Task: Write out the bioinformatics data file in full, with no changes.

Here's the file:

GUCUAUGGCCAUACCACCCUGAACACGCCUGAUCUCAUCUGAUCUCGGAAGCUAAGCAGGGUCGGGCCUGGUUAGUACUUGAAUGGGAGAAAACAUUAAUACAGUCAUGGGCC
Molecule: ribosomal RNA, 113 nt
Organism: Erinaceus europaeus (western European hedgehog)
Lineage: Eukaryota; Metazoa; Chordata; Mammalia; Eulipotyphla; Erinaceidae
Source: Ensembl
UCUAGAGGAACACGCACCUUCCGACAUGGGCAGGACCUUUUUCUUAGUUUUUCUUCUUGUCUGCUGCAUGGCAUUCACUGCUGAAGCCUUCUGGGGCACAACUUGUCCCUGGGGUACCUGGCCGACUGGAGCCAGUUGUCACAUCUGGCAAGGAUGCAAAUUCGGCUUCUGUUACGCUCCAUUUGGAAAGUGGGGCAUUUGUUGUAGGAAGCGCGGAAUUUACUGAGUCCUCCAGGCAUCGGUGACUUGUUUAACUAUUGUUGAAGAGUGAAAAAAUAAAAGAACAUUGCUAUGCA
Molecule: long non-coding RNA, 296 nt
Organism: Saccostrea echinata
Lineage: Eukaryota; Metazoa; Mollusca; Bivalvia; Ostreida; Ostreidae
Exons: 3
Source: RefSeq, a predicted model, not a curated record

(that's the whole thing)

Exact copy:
GUCUAUGGCCAUACCACCCUGAACACGCCUGAUCUCAUCUGAUCUCGGAAGCUAAGCAGGGUCGGGCCUGGUUAGUACUUGAAUGGGAGAAAACAUUAAUACAGUCAUGGGCC
Molecule: ribosomal RNA, 113 nt
Organism: Erinaceus europaeus (western European hedgehog)
Lineage: Eukaryota; Metazoa; Chordata; Mammalia; Eulipotyphla; Erinaceidae
Source: Ensembl
UCUAGAGGAACACGCACCUUCCGACAUGGGCAGGACCUUUUUCUUAGUUUUUCUUCUUGUCUGCUGCAUGGCAUUCACUGCUGAAGCCUUCUGGGGCACAACUUGUCCCUGGGGUACCUGGCCGACUGGAGCCAGUUGUCACAUCUGGCAAGGAUGCAAAUUCGGCUUCUGUUACGCUCCAUUUGGAAAGUGGGGCAUUUGUUGUAGGAAGCGCGGAAUUUACUGAGUCCUCCAGGCAUCGGUGACUUGUUUAACUAUUGUUGAAGAGUGAAAAAAUAAAAGAACAUUGCUAUGCA
Molecule: long non-coding RNA, 296 nt
Organism: Saccostrea echinata
Lineage: Eukaryota; Metazoa; Mollusca; Bivalvia; Ostreida; Ostreidae
Exons: 3
Source: RefSeq, a predicted model, not a curated record